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Arviragus

Now for our mountain sport: up to yond hill

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Belarius
Now for our mountain sport: up to yond hill,
Your legs are young; I’ll tread these flats. Consider,
When you above perceive me like a crow,
That it is place which lessens and sets off,
And you may then revolve what tales I have told you
Of courts, of princes, of the tricks in war.
This service is not service,
… continue reading this quote

Source:
Act 3
Scene 3
Line 10

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Connected Notes:
Town and Country

I love thee; I have spoke it

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Guiderius
I love thee; I have spoke it;
How much the quantity, the weight as much,
As I do love my father.
Belarius
What? How? How?
Arviragus
If it be sin to say so, sir, I yoke me
In my good brother’s fault. I know not why
I love this youth,
… continue reading this quote

Source:
Act 4
Scene 2
Line 16

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Nobly he yokes A smiling with a sigh

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Arviragus
Nobly he yokes
A smiling with a sigh, as if the sigh
Was that it was for not being such a smile;
The smile mocking the sigh, that it would fly
From so divine a temple to commix
With winds that sailors rail at.
Guiderius
I do note
That grief and patience,
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Source:
Act 4
Scene 2
Line 52

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And let us, Polydore, though now our voices

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Arviragus
And let us, Polydore, though now our voices
Have got the mannish crack, sing him to th’ ground,
As once to our mother; use like note and words,
Save that Euriphile must be Fidele.
Guiderius
Cadwal,
I cannot sing. I’ll weep, and word it with thee;
For notes of sorrow out of tune are worse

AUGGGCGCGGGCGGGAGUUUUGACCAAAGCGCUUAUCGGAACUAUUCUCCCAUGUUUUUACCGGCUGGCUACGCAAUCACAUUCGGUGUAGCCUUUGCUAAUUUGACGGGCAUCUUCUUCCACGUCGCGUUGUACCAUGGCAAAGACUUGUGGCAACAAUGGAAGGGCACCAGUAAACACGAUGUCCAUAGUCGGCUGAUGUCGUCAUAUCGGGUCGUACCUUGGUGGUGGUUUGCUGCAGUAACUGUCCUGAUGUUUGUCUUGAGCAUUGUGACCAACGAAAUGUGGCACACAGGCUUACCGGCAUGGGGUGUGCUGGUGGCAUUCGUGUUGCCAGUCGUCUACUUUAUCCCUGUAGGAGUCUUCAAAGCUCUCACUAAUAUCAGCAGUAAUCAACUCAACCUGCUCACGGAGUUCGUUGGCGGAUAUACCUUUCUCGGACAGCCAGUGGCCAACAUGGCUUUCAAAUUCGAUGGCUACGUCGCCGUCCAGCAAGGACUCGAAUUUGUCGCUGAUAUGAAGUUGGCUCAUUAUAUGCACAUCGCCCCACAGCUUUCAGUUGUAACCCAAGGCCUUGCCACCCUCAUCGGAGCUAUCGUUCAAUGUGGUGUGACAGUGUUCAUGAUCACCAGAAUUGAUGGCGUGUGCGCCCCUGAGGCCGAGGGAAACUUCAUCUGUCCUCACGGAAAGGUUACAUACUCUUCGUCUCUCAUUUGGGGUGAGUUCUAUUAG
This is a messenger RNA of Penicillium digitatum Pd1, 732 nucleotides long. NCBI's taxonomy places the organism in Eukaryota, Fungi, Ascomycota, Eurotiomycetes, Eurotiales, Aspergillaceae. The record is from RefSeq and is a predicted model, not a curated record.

Than priests and fanes that lie.
… continue reading this quote

Source:
Act 4
Scene 2
Line 237

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Fear no more the heat o’ th’ sun

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Guiderius
Fear no more the heat o’ th’ sun,
Nor the furious winter’s rages,
Thou thy worldly task hast done,
Home art gone, and ta’en thy wages.
Golden lads and girls all must,
As chimney-sweepers, come to dust.
Arviragus
Fear no more the frown o’ th’ great,
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Source:
Act 4
Scene 2
Line 260

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Why, he but sleeps!

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Guiderius
Why, he but sleeps!
If he be gone, he’ll make his grave a bed.
With female fairies will his tomb be haunted,
And worms will not come to thee.
Arviragus
With fairest flowers
Whilst summer lasts and I live here, Fidele,
I’ll sweeten thy sad grave. Thou shalt not lack
The flower that’s like thy face,
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Source:
Act 4
Scene 2
Line 276

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If he be gone, he’ll make his grave a bed

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Guiderius, as Polydor
If he be gone, he’ll make his grave a bed;
With female fairies will his tomb be haunted—
And worms will not come to thee.

Prithee, have done,
And do not play in wench-like words with that
Which is so serious.

Arviragus, as Cadwal
With fairest flowers,
… continue reading this quote

Source:
Act 4
Scene 2
Line 277

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Let us bury him

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Guiderius, as Polydor
Let us bury him
And not protract with admiration what
Is now due debt. To th’ grave.
Arviragus, as Cadwal
Say, where shall ‘s lay him?
Guiderius, as Polydor
By good Euriphile, our mother.
Arviragus, as Cadwal
Be ‘t so.
And let us, Polydor,
… continue reading this quote

Source:
Act 4
Scene 2
Line 294

Source Type:
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